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Laparoscopic bariatric surgery in England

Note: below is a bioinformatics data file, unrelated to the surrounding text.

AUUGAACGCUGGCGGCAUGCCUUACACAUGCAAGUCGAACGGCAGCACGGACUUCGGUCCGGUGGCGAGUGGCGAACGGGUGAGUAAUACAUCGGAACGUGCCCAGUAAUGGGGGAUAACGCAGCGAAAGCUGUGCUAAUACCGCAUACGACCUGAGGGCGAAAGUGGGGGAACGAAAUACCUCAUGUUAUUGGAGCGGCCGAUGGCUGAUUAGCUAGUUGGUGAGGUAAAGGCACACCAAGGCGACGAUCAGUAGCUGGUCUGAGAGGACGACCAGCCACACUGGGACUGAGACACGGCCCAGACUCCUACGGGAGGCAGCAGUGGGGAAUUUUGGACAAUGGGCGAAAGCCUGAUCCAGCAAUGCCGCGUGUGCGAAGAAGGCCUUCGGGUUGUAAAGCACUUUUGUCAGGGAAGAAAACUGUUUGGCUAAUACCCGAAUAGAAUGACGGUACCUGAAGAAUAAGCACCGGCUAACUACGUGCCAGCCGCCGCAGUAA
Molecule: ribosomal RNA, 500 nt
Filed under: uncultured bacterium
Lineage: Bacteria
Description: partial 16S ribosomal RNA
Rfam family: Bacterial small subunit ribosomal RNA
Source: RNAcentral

A study by Elaine Burns and colleagues published in the BMJ describes the large increase in NHS laparoscopic bariatric surgery operations observed in recent years, with an increase from 238 operations in 2000 to 2543 in 2007. Recent years have also seen large increases in NHS prescribing and spending on drugs for obesity. For example, a study published in the Journal of Public Health Medicine reported that between 1998 and 2005, Orlistat prescriptions in England rose 36-fold from 17,880 to 646,700 and their total cost increased by over 35-fold to £27 million. Sibutramine prescriptions rose from 53,393 in 2001 to around 227,000 in 2005, a 4-fold increase, at a cost of £11 million in 2005.Despite this increased spending on medical and surgical NHS interventions, rates of obesity continue to increase inexorably and around 25% of adults in England are now considered to be obese, with a BMI of 30 or greater.The failure of medical treatments for obesity is further illustrated by the subsequent withdrawal of Rimonabant and Sibutramine because of concerns about their safety. Although medical and surgical treatments have an important role in the management of obesity, particularly in some high risk groups, the key to tackling obesity lies in wider societal approaches, involving joint working between the NHS, local and national government, and the private sector.  

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